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J.A. Davis, G.W. Ousler, III, N.A. Langelier, M.R. Schindelar, R. Abelson, M.B. Abelson; Seasonal Changes in Dry Eye Symptomatology . Invest. Ophthalmol. Vis. Sci. 2006;47(13):280.
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Environmental factors such as humidity, temperature, and wind speed are known to influence the signs and symptoms of dry eye. It may be suggested that seasonal changes in the weather may exacerbate this disease. We examined the effect of winter, spring, summer, and fall on subjective assessments of dry eye among patients residing in the Northeast.
Sixty–two (62) subjects diagnosed with dry eye from the Greater Boston Area completed a seven–question survey. The survey focused on questions that evaluated the time of year when their ocular discomfort was worst.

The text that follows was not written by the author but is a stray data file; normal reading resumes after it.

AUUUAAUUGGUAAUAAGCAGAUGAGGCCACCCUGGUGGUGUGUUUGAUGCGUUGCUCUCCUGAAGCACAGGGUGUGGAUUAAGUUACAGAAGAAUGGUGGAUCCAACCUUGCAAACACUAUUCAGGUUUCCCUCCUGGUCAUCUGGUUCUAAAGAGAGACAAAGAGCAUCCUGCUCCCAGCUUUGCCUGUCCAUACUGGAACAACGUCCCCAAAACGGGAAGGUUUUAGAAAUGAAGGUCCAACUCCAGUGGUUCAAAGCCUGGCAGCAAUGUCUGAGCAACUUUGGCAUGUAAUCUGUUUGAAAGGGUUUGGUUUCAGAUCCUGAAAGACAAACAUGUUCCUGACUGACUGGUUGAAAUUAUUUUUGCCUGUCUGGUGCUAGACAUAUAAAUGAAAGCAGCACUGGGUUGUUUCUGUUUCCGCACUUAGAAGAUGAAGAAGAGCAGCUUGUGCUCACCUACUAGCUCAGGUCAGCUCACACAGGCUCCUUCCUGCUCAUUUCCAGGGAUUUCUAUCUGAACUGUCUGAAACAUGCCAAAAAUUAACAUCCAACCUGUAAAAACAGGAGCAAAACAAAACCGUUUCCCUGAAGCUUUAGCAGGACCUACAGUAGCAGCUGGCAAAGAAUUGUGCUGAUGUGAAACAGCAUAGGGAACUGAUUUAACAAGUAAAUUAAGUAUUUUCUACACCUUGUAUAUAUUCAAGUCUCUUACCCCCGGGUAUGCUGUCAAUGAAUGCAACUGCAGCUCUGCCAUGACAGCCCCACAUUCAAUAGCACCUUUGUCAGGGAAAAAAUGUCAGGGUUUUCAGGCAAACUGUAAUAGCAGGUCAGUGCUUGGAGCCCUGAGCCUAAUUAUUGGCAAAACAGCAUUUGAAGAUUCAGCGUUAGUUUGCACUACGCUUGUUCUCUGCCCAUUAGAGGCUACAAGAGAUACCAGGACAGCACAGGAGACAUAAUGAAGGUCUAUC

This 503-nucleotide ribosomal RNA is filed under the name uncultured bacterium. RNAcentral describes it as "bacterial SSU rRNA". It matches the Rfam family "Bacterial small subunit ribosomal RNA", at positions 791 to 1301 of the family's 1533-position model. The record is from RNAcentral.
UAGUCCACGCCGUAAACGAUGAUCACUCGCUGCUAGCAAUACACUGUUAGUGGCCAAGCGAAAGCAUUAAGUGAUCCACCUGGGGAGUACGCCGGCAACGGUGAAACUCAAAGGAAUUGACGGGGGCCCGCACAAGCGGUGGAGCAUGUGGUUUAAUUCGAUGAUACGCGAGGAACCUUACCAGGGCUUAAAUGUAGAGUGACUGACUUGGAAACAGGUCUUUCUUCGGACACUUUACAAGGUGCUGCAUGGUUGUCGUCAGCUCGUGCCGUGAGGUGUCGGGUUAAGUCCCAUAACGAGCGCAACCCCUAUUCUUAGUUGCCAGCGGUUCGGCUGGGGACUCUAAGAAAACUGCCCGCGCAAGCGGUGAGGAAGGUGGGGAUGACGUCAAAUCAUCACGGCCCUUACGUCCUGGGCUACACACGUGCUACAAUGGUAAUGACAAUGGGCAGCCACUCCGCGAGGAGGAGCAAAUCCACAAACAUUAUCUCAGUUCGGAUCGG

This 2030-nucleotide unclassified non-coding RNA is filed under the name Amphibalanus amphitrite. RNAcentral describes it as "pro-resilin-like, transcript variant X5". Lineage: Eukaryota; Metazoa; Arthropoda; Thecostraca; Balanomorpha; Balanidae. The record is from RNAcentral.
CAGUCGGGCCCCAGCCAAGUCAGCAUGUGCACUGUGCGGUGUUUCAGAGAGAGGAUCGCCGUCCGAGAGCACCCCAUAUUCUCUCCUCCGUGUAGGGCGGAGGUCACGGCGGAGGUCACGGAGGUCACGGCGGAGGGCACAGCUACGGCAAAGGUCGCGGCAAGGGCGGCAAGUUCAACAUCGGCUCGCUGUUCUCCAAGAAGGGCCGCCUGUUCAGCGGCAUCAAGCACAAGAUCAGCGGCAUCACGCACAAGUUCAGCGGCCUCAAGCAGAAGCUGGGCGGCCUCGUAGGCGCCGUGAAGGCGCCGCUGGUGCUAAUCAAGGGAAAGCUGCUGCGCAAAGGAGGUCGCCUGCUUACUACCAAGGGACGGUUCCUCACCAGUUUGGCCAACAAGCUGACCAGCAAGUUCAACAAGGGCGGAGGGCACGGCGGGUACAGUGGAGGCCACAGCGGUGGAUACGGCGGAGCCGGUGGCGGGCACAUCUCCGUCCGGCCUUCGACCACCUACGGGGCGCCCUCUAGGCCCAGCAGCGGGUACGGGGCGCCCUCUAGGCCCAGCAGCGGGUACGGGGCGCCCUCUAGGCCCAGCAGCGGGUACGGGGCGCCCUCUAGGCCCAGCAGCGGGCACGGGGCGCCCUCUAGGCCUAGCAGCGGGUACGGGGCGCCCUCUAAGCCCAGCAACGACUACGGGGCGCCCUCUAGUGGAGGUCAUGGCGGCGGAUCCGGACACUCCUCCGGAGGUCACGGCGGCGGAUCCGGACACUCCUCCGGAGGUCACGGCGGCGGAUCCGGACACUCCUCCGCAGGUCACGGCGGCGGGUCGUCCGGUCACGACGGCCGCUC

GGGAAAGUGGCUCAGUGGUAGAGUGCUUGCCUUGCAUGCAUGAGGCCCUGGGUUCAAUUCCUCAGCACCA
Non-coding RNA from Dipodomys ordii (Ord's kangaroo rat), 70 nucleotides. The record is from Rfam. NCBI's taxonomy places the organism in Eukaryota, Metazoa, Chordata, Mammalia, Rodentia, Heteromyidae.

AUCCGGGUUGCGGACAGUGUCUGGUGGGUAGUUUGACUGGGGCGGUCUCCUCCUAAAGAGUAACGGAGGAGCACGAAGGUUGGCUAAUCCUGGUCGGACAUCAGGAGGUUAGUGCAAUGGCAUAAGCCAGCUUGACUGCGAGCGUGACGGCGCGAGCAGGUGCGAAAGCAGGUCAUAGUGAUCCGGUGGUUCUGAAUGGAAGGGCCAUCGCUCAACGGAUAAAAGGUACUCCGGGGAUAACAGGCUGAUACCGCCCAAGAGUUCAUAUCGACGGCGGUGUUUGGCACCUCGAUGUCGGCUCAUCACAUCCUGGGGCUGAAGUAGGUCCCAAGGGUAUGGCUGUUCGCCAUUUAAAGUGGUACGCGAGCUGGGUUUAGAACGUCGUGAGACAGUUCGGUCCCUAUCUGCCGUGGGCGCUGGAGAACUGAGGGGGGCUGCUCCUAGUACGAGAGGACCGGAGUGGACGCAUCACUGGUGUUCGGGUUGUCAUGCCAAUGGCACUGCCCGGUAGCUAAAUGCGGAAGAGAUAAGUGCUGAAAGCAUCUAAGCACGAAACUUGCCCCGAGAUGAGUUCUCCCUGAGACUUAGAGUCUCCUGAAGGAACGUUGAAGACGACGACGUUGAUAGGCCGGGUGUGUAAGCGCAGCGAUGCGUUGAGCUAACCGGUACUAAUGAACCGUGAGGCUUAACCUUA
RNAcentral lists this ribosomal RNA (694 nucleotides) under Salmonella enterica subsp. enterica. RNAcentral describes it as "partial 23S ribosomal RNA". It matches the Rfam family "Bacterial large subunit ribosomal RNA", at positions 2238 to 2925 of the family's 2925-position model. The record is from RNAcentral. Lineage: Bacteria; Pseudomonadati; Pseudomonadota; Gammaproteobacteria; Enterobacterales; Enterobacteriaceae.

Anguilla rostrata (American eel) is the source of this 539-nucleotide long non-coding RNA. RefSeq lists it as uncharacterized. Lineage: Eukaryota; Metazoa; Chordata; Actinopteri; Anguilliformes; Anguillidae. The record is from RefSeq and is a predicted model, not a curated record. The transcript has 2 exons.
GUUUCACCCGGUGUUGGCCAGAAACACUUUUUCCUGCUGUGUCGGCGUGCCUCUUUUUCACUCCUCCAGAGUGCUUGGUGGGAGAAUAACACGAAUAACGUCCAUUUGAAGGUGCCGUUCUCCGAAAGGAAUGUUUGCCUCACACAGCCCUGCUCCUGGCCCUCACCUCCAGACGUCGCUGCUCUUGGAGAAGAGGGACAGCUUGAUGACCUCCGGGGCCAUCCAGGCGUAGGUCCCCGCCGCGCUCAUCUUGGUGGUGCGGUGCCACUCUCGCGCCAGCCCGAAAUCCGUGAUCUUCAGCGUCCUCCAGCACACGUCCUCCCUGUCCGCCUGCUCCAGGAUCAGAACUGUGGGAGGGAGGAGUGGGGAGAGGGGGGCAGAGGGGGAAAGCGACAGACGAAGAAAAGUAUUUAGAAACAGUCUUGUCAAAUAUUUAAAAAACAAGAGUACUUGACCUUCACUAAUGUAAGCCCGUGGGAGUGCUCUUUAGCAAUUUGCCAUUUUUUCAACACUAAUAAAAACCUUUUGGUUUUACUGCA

The following table shows the frequency of worst dry eye symptoms by season. Frequency of Worst Dry Eye Symptoms by Season
The response rate for each season is significantly different (p<0.001). The time of year when most dry eye patients in the Greater Boston Area experience their worst ocular discomfort is during the winter. It was also observed the fewest complaints occur during the summer.
The data confirms the clinical impression that seasonal changes in the weather significantly effect dry eye. The dry, cold, and windy environment of winter in the Northeast is the likely cause for the exacerbation of symptoms. Clinicians should be alerted to this seasonal variation when querying patients about their dry eye symptomatology.
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